Stories from the Frontline - Mike
CDI Child Worker Paul helps families adjust to their ‘new normal’.
It's easy to feel helpless during the coronavirus pandemic, and that’s exactly how I felt at first. My team and I knew that we would need to adapt – and fast – to provide valuable support to families like Liam’s across the country.
Liam*, 9, had been struggling with his intrapersonal skills, coping mechanisms and management of emotions for many years. His behavioural outbursts, caused by frustration and an inability to regulate his emotions, caused problems wherever he went. His parents, looking for ways to support their son, turned to CDI’s SNAP Boys and Parents Group.
Each week, Liam and I would work through SNAP skills like identifying hot and cool thoughts and learning how to think through his actions and reactions. I could see that each time we met, he was putting what he had learned the week before into practice. By Session 6 of the 13-week program, Liam’s family was noticing a positive change in Liam’s ability to co-regulate his emotions, and his outbursts had significantly decreased. When we last got together, he was looking forward to spending March Break on a once-in-a-lifetime family trip.
COVID-19 put a pause on everything and hit Liam’s family negatively. His father was laid off from his job. His mother, an elementary school principal, was stressed and unsure about how best to support and direct her staff. Their family trip was cancelled without financial reimbursement. Liam and his siblings were devastated.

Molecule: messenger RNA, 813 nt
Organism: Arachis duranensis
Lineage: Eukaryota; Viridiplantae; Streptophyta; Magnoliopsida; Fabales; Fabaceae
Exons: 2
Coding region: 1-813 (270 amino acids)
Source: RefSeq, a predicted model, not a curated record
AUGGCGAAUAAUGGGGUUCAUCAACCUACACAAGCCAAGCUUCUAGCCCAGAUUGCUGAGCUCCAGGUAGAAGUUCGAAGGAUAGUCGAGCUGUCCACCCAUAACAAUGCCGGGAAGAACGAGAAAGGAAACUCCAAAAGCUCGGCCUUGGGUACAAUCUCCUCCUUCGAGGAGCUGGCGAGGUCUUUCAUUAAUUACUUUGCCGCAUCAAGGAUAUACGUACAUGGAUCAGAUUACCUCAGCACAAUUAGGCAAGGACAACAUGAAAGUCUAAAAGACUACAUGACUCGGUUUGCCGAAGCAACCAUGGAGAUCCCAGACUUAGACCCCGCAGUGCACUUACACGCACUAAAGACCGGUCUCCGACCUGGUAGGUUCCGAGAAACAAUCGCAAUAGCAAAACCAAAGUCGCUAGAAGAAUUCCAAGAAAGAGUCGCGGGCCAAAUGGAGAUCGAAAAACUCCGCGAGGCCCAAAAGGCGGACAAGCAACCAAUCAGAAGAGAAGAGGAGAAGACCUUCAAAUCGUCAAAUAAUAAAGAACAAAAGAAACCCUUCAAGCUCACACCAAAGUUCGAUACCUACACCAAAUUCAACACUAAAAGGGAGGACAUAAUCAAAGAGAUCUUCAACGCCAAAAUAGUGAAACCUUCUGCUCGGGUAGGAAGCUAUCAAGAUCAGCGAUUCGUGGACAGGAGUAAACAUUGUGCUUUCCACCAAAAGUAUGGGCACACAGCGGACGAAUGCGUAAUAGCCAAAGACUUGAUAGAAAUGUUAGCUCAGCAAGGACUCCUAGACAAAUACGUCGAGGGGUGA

During the weeks following March Break, Liam’s behaviour began to deteriorate. There was no set schedule in the household, he was sleeping in all the time and spent most of the day playing video games. Unmotivated and restless, his behavioural outbursts began to resurface. Despite their best efforts, Liam’s parents were unable to manage his behaviour.
Our team quickly modified programming and pivoted into our ‘new normal’ by providing tele-counselling support to families. During my first check-in with Liam’s family, I helped his parents implement strategies and compile a daily structure the family could use. I encouraged his parents to enforce a similar structure as if it were a school day: for example, wakeups and bedtimes were created to remain consistent in the event school started up in the next few weeks.
Liam’s parents made a request to have weekly phone contact with myself to continue to learn different SNAP strategies on an individual family basis. His parents quickly implemented a reward chart and found success with it as Liam became more motivated to earn a reward for tasks completed. During our weekly Parent Sessions, both his parents have given me examples when they used their own SNAP calming techniques, and how easier it is for them to de-escalate a situation when they STOP to breathe themselves.
It has been almost 7 weeks since the disruption of groups, and this week I am planning my next session with Liam’s parents. They are grateful to our team and our ability to provide phone support during this time of social distancing. Liam, who at first felt uncomfortable speaking over the phone, has now agreed to speak with me to continue his sessions over the phone. He shared that he misses his SNAP friends and cannot wait for groups to start again.
As the days go by, seemingly blending into one another, I can now say that hopefulness has replaced my feelings of helplessness. Despite the circumstance of our current situation, Liam and his family are now successfully finding ways to cope through our ‘new normal’ through continued and valuable support.
*Names have been changed to protect client confidentiality.
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